Check out this article at Psychology Today.com, “Gluten: The Secret Stalker“. It discusses the Emotional impact of Celiac Disease, an important issue for many of us.
Posts Tagged ‘Pain’
Posted by nepeht on November 7, 2009
Posted by nepeht on June 22, 2009
Way #40: Awareness of one’s Celiac-Related Painful Feelings might help one move toward Simplicity
Life is not easy. It is just that simple. And for people with Celiac Disease, one could argue, that life is a bit more complicated, thus LESS easy that it is for many others.
And I truly believe that not one of us deserves the Extra Pain that Celiac Disease provides for us. I really do.
With these assorted and abundant extra pains of ours naturally come emotions… I mean it would be normal if we actually felt some emotions in their wake. It is these emotions that I am writing about here.
I get depressed, shamed, angry, wanna isolate, feel rage, serious bouts of loss, etc….. etc….. etc…..
And that is probably a lot like many other people — with or without Celiac Disease.
What is different though, is that we tend to get a whole lot of it and on a pretty consistent basis. Sure, I find that the more I am able to live in a Gluten-Free way, the better I feel…. But there seems always to still be that train in that tunnel that is heading straight for me when ever I decide to acknowledge it.
So I am just saying here that when we have such feelings, they tend to show on us… no matter what we do to hide them. So then, rather than denying them, why not allow ourselves to feel them (within reason and safety limits)?
FOr us with Celiac Disease, it seems these pains and their emotions are gonna come and go…. but probably come again, more often than any of our non-CD folks can really understand.
So I am suggesting that the first step to dealing with all of that will be to accept them as part of our normal daily life… and then try to be aware of them as we learn more and more constructive ways of channelling the enormous bounty of energy they tend to generate into increasingly positive outcomes…
Try it. I am trying to try it… my self.
Posted by nepeht on November 30, 2008
And on days like this, sometimes those who are closest to us and support us the most are more involved in our pain than we might notice at first. It is not easy to see through the fog of intense pain whether it be physical, emotional or both. A loving hand reaching toward us is a wonderful thing. When we can see it.
Posted by nepeht on October 23, 2008
Gluten Relapse can be painful indeed.
By “pain”, I speak of a pain with three distinct but probably related dimensions — Physical, Emotional and Social:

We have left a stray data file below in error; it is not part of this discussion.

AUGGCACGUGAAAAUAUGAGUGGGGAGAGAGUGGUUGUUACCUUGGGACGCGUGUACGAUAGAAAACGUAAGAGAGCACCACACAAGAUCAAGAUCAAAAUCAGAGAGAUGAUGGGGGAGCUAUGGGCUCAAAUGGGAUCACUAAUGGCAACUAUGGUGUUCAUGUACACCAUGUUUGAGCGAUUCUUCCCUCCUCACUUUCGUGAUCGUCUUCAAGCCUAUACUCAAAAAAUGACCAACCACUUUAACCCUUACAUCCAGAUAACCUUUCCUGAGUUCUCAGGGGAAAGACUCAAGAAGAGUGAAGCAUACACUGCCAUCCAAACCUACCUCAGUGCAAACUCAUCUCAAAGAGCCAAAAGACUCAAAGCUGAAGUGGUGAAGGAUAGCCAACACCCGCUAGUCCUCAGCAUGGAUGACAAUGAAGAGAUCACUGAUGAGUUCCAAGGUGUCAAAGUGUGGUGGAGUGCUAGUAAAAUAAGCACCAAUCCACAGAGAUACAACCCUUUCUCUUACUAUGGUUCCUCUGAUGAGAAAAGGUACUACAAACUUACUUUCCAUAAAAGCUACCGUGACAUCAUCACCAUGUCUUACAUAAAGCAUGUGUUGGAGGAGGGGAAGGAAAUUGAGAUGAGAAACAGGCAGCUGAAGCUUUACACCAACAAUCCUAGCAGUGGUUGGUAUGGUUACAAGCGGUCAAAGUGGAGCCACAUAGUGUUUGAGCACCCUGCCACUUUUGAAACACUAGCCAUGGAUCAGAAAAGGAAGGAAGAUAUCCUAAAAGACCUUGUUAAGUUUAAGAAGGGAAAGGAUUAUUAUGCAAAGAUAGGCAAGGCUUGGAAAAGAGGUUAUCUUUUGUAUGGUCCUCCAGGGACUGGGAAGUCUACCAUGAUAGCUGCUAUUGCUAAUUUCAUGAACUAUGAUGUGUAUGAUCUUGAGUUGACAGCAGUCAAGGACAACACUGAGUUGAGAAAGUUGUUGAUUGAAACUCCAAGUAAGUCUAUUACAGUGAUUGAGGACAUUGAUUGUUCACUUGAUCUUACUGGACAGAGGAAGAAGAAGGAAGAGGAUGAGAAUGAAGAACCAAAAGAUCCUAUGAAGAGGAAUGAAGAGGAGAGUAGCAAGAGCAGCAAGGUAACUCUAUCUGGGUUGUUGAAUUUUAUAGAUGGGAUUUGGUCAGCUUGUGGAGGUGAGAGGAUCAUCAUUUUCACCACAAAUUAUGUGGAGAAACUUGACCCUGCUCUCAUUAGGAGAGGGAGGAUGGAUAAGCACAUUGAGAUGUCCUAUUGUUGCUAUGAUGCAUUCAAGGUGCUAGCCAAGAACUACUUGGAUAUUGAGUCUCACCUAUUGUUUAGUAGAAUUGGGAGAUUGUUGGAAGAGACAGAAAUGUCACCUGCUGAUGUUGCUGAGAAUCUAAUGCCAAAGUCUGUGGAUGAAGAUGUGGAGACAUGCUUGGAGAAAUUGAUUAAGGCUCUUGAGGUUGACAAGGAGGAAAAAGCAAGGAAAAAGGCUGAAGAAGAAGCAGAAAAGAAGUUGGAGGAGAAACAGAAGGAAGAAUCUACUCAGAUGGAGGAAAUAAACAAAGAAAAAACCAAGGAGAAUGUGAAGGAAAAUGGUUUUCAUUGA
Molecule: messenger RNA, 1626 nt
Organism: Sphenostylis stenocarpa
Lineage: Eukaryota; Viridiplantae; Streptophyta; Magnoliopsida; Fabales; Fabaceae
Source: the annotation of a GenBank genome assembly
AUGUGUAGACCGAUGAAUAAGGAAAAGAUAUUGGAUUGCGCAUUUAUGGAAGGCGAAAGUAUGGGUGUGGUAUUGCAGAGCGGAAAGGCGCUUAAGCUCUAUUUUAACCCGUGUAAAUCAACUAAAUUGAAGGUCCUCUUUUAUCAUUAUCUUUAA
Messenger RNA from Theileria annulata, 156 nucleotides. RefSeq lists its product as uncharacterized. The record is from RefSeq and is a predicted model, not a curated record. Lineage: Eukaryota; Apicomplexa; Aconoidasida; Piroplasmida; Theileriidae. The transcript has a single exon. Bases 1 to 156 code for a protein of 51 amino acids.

Physical Pain: Pain may be sharp or dull. It may come and go, or it may be constant. You may feel pain in one area of your body, such as your back, abdomen or chest or you may feel pain all over, such as when your muscles ache from the flu. http://www.nlm.nih.gov/medlineplus/pain.html.
and Emotional Pain: The feeling that I have failed in my attempt to stay Gluten-Free. This feeling can be pretty awful when one considers that one is well aware of the damage being done during a relapse. It is common during such episodes for one to question whether or not and/or just how one loves ones self.
finally, Social Pain: What do others think of a person who is known to be allergic to gluten, yet she/he purposely ingests it? What would you think? Would it effect the way you see a person. Might this lead to more isolation, more depression and more disease?
So why am I writing this?
I guess my prayer is that if you are a person who needs to be gluten-free and you have experienced relapse, then you experienced one or all three of the above sensations, you can know that you are not alone. Hopefully, this will contribute to a sense of support for you as you go through this.
Posted by nepeht on July 22, 2008
It is important to me to give some sincere credit to the positive-thinking crowd. You know, the folks who encourage you when you hurt by telling you to think positively?
It is sometimes a real pain when I hear that. Sometimes, it feels like my own real pain is being ignored and I am not getting a chance to log my due grieving about my problems.
But other times, the idea of positive thinking can pay off in spades. One of the things I like to do is to take photographs. One of the reasons for this is that quite often, hours, days, years or decades later, when I review a photograph, it touches me in a good way.
This photograph reminds me (in a nice way) that there are things in this world much bigger than me and much more significant than my feelings. Sure, having my feelings is important in its time. But there is nothing like a natural wonder to help me move on.
Some who move to Colorado say whenever they go back home, they feel as if there is a bowl over their head because the sky does not seem as big as it does in places such as Pueblo.